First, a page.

The Milkshake Moment by Steven S. Little The story I'm about to tell you is true. A few years ago I traveled to Baltimore, Maryland, for a speaking engagement. Anyone who travels for business knows that it is hardly glamorous. After 9/11, however, it became even more frustrating, and it keeps getting worse. I don't think I'd be overstating it to say that business travel today is horrific: irretrievably lost luggage, annoying security searches, perpetually oversold flights, infuriating rental car policies, frazzled counter staff... I think you get the picture. Despite all the traumas of travel, I decided a few years ago to always keep a smile on my face. The way I look at it: if the business travel industry gets the best of me, they win and I lose. I just can't allow that to happen. I keep a smile on my face by keeping my eye on a prize. My prize at the end of every business travel day is a vanilla milkshake . . . a thick, gooey, luscious, indulgent vanilla milkshake. I'm talking a hand-dipped, old-fashioned, malt-shoppy kind of milkshake. I don't just like 'em; I love 'em. Both my career and my mental well-being literally depend on them. The image of that milkshake is the proverbial dangling carrot that gets me through even the worst travel day. It had been a particularly difficult day of planes, trains, and automobiles. I was to arrive at the Baltimore/Washington International (BWI) Airport at 7:00 P.M . for dinner with my clients at 8:00 P.M . Unfortunately, I arrived at midnight. In other words, there was nothing out of the ordinary so far. I grabbed my bags and stood in a long taxicab line to take the 20-minute ride to Baltimore's beautiful Inner Harbor. I was cold, wet, tired, and hungry, but smiling, because I was going to get that vanilla milkshake. When I finally got to my room an hour later the first thing I did was call room service where I was greeted by Stuart. "Good evening, Mr. Little, this is Stuart in room service. How may I help you?" Stuart's voice brimmed with enthusiasm. "Stuart, I'd like a vanilla milkshake, please," I said. A seemingly simple request, right? Well, not quite. "I'm sorry, Mr. Little, but we don't have milkshakes," Stuart replied regretfully. I was crushed. Quickly I regrouped. "All right, Stuart, let me ask you this: Do you have any vanilla ice cream?" "Yes, of course!" he responded with renewed enthusiasm. "Okay, Stuart, I'd like a full bowl of vanilla ice cream." "Yes sir, right away, sir! Is there anything else I can do to serve you?" Stuart asked. "Yeah . . . do you have any milk?" "Yes, we have milk!" he replied confidently. "All right, Stuart, here's what I would like you to do. Please send up a tray with a full bowl of vanilla ice cream, half a glass of milk, and a long spoon. Could you do that for me, please?" "Certainly, right away, sir," Stuart responded triumphantly. I hung up the phone and a few minutes later there was a knock. Sure enough, at my door there was a tray with a full bowl of vanilla ice cream, half a glass of milk, and a long spoon--everything needed to make a vanilla milkshake. But of course they didn't have vanilla milkshakes. Now let me ask you an important question. Is Stuart stupid? Or is the system stupid? Stuart's behavior is not unique. Like the vast majority of employees everywhere, Stuart wanted to do a good job. To this day, he probably still thinks he did. Out of the 100 or so hotel rooms I stay in every year, I run this experiment approximately half the time. It's not every night, as some hotels don't offer room service, while others specifically offer milkshakes. I conduct this experiment only when a milkshake is not on the room service menu. More often than not, they do have all the ingredients to make me happy. Yet I usually end up with the same full bowl of ice cream, half a glass of milk, and a long spoon (some assembly required). Why does this keep happening? Why can't individuals like Stuart deliver what I asked for? I've had plenty of time to ponder that question now that I've received over 200 do-it-yourself vanilla milkshakes from America's leading business hotels. Let's take a look at some of the underlying causes that lead to these systemic breakdowns. Stuart is standing at a point-of-sale screen popping in orders with his company-issued plastic access key. If his screen doesn't say "milkshake," then a milkshake simply does not exist. The supposedly foolproof system is designed to ensure that Stuart can't make the organization appear foolish. Yet even a casual observer can see that the system has pushed the organization well beyond foolish. It is now sitting squarely in the land of lost opportunity. How's that for irony? Think about this. I represent the mother lode for the business travel industry. I stay in over 100 hotel rooms a year and I'm not exactly price sensitive. Stuart could have charged me $25 for that milkshake and I would have been happy to pay it. I actually feel sorry for the major business hotel chains. In an effort to standardize their systems, they've taken individual judgment out of the equation. They spend billions of dollars in marketing to get people like me through their doors and billions more in staff training to make my brand of traveler happy. Yet they continually blow it, due in some part to a stupid point-of-sale system. But that's just the tip of the proverbial iceberg. It goes much deeper than that. Despite my feelings to the contrary that fateful night, Stuart's inability to deliver a Milkshake Moment is not the end of the world. It is, however, symptomatic of a much broader organizational malaise. This story is not just another example of bad customer service. It's much more than that. This is a larger tale of lost opportunity. Invariably, the root cause can be traced back to factors that are much more fundamental. Peel back the bureaucratic layers of any organization and you will find a broad range of self-imposed limitations, from antiquated hiring practices to poor workspace design to short-term financial myopia. Consider your organization. When are you saying no when it would be much better and just as easy to say yes? Are you really putting people in the best position to grow? Do your current policies, procedures, and systems enable you to truly deliver? So what is a Milkshake Moment? It's certainly not a full bowl of ice cream, half a glass of milk, and a long spoon. Instead, a Milkshake Moment is a brave individual action, be it big or small, that furthers the cause of growth in an organization. Milkshake Moments materialize when individuals understand the organization's true purpose, honestly believe it is their job to fulfill it, and are given the tools and the freedom to make it happen. When a would-be growth leader managing deep within the bowels of a stagnating organization has the guts to stand up and say, "This idea is contrary to everything we say we believe," that's a Milkshake Moment. When a thinking person is given the freedom to seize an opportunity afforded by change, that's a Milkshake Moment. When a small business owner consciously puts purpose before profit, that's a Milkshake Moment. When the executive director of a nonprofit foundation challenges the status quo views of her tenured board members, that's a Milkshake Moment. Members of twenty-first-century organizations need to realize they are allowed to do the right thing--to serve the interests of others in order to grow the organization--instead of following arcane, arbitrary rules, processes, and procedures that actually hinder growth. Only when we remove our own self-imposed barriers can we seize new opportunities in structured settings. A Milkshake Moment can only be realized when growth leaders clearly communicate an organization's true purpose and grant individuals permission to do whatever can be done ethically to achieve it. But it takes guts to do this. Growth requires persevering, creative, even courageous individuals who aren't afraid to mix it up. Are you ready? Copyright (c) 2008 Steven S. Little Author Steven S. Little is a much sought-after expert on the subject of growth and the future of opportunity. A former President of three fast-growth companies, he now advises thousands of leaders of growing organizations and communities each year. To learn more about Steven, his new book The Milkshake Moment, and growth, please visit his Web site at www.stevenslittle.com.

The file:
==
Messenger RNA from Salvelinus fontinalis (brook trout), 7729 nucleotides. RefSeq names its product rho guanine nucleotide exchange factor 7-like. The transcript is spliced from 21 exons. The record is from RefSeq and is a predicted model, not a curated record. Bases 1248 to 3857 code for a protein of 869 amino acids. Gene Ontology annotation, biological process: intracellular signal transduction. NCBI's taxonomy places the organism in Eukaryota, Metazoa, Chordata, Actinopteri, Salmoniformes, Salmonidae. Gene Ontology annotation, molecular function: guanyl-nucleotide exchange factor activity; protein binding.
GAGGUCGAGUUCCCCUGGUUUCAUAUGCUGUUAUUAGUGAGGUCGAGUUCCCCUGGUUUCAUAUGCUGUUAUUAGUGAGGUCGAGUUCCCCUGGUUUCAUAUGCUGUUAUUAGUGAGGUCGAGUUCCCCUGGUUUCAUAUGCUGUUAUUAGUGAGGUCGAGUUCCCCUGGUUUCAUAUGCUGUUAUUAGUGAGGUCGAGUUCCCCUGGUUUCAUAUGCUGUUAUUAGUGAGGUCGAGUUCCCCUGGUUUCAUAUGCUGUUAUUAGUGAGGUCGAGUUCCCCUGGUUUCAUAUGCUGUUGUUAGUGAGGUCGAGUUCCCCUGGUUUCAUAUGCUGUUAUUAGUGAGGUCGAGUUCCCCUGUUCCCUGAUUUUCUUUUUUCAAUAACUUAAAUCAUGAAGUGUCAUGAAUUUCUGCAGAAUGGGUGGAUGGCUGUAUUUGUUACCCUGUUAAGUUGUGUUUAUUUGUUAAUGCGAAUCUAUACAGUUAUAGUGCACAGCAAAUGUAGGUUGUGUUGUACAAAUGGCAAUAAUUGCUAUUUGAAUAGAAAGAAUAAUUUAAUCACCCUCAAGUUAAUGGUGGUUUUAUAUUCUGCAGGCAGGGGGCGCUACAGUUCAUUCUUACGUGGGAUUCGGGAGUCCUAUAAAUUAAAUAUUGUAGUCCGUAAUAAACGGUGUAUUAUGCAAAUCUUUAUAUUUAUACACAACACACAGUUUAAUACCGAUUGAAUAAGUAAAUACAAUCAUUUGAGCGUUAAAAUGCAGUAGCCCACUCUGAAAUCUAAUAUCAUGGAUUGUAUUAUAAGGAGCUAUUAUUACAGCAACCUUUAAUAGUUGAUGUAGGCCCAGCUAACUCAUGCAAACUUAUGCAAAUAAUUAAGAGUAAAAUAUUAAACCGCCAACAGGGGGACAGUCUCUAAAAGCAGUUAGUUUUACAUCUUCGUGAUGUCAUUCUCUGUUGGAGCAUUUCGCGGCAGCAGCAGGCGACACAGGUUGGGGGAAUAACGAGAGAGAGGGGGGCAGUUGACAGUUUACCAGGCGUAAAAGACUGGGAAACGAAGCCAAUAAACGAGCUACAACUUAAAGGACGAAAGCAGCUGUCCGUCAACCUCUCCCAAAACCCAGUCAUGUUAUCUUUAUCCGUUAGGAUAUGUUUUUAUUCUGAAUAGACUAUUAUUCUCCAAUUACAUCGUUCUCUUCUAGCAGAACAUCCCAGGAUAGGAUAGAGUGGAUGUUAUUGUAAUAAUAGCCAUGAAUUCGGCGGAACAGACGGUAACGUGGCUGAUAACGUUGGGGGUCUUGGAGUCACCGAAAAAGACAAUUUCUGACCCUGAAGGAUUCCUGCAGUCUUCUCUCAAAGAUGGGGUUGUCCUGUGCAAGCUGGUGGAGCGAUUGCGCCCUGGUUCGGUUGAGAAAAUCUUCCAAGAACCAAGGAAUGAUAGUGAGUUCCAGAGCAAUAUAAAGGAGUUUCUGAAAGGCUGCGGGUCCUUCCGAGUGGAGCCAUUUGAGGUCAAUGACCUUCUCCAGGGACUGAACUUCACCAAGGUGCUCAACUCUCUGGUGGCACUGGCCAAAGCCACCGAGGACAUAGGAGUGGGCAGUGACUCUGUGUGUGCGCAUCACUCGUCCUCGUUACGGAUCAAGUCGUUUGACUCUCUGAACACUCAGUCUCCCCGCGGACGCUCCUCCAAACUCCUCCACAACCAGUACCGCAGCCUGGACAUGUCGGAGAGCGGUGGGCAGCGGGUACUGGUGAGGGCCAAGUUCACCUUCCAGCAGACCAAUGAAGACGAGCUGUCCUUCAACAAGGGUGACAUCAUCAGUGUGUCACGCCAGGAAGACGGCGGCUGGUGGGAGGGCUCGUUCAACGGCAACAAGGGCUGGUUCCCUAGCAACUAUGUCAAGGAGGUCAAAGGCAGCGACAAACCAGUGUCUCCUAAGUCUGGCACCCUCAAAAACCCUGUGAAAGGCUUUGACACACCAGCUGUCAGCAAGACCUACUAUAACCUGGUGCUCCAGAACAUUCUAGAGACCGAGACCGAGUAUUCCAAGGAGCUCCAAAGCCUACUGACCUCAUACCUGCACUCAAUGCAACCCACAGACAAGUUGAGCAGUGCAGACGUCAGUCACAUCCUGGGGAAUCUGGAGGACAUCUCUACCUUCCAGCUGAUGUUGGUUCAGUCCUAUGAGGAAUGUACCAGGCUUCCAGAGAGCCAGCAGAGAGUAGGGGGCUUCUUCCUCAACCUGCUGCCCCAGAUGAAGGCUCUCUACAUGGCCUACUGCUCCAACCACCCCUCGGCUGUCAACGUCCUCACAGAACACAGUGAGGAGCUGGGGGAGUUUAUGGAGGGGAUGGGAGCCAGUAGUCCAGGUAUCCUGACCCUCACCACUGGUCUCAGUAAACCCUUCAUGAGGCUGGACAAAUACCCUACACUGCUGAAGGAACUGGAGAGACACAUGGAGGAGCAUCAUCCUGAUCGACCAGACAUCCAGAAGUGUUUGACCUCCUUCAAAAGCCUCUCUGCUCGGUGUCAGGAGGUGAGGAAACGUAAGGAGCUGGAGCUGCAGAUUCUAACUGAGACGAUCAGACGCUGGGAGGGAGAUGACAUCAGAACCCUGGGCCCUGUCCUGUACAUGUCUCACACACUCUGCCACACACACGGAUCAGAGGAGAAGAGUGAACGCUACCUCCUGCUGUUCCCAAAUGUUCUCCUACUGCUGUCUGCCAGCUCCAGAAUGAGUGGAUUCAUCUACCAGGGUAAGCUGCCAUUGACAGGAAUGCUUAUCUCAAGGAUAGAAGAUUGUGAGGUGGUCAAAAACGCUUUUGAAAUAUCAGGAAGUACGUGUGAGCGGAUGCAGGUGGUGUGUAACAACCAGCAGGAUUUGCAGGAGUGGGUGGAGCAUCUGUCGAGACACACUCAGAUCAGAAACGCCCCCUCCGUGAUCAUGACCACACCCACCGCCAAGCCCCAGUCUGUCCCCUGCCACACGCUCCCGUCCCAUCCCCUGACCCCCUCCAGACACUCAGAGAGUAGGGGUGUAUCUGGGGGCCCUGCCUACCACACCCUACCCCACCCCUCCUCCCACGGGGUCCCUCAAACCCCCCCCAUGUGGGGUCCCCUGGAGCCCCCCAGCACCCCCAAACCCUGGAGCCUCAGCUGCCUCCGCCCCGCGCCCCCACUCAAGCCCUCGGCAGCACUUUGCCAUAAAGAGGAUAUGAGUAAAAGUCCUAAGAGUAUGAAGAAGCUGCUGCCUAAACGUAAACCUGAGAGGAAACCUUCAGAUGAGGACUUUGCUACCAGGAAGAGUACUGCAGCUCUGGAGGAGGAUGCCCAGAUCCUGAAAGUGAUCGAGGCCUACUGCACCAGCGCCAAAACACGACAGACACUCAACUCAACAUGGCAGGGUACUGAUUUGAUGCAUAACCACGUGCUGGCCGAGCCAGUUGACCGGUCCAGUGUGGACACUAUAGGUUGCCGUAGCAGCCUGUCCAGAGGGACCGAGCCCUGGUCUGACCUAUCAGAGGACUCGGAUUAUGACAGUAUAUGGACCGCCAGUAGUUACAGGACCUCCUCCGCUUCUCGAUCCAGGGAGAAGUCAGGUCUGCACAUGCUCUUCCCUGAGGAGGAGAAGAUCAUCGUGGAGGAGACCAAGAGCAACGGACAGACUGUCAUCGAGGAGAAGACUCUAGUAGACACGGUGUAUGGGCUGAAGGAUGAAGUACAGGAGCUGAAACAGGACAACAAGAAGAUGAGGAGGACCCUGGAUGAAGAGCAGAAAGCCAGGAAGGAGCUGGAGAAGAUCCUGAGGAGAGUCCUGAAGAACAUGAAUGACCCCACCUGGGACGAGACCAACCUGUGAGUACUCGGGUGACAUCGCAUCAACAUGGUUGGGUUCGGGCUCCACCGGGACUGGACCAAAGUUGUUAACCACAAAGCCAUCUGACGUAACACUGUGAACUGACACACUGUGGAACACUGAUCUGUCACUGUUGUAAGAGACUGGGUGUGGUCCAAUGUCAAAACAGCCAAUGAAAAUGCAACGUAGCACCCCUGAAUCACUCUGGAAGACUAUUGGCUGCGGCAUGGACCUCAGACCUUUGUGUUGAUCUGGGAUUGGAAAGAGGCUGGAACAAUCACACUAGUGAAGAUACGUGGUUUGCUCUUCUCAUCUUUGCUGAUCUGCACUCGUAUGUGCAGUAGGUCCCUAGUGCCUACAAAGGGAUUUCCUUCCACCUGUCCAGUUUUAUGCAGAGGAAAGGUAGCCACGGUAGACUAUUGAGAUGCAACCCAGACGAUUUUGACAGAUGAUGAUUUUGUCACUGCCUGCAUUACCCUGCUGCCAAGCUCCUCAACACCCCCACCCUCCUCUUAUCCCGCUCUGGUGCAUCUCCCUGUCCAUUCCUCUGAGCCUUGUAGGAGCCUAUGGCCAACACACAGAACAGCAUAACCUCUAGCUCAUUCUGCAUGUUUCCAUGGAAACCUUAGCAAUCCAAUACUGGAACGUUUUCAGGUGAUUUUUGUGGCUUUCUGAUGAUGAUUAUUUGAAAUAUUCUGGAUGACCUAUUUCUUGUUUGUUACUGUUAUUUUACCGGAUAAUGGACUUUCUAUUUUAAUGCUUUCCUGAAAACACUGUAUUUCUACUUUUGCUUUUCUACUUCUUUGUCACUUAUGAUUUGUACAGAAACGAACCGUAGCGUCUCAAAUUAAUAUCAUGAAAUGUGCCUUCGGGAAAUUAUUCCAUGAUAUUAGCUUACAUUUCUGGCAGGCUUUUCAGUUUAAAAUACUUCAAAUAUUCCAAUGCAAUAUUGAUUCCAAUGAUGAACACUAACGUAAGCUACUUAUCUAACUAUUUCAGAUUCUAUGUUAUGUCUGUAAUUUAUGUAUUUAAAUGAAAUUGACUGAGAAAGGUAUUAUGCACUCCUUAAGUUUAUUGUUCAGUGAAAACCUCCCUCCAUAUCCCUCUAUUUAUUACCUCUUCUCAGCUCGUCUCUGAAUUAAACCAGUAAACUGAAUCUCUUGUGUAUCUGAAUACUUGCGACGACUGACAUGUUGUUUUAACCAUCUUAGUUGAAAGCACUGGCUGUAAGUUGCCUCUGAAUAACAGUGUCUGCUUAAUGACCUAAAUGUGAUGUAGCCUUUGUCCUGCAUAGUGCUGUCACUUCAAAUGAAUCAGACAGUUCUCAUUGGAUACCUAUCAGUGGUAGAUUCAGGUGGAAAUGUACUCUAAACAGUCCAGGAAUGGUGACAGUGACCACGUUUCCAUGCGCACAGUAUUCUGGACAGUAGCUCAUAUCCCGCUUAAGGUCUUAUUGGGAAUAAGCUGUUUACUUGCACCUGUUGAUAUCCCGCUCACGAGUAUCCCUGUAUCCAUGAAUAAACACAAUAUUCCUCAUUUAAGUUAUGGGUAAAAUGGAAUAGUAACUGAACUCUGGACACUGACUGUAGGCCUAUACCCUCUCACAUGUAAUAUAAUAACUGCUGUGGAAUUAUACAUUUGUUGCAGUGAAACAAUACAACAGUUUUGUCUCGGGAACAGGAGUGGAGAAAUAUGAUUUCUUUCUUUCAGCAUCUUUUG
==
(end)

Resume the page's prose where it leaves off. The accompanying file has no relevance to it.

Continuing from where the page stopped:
About Dylan Schleicher
Dylan Schleicher has been a part of the 800-CEO-READ claque since 2003. Even though he's stayed on at the company, he has not stayed put. After beginning in shipping & receiving, he joined customer service and accounting before moving into his current, highly elliptical orbit of duties overseeing the ChangeThis and In the Books websites, the company's annual review of books and in-house design. He lives with his wife and two children in the Washington Heights neighborhood on Milwaukee's West Side.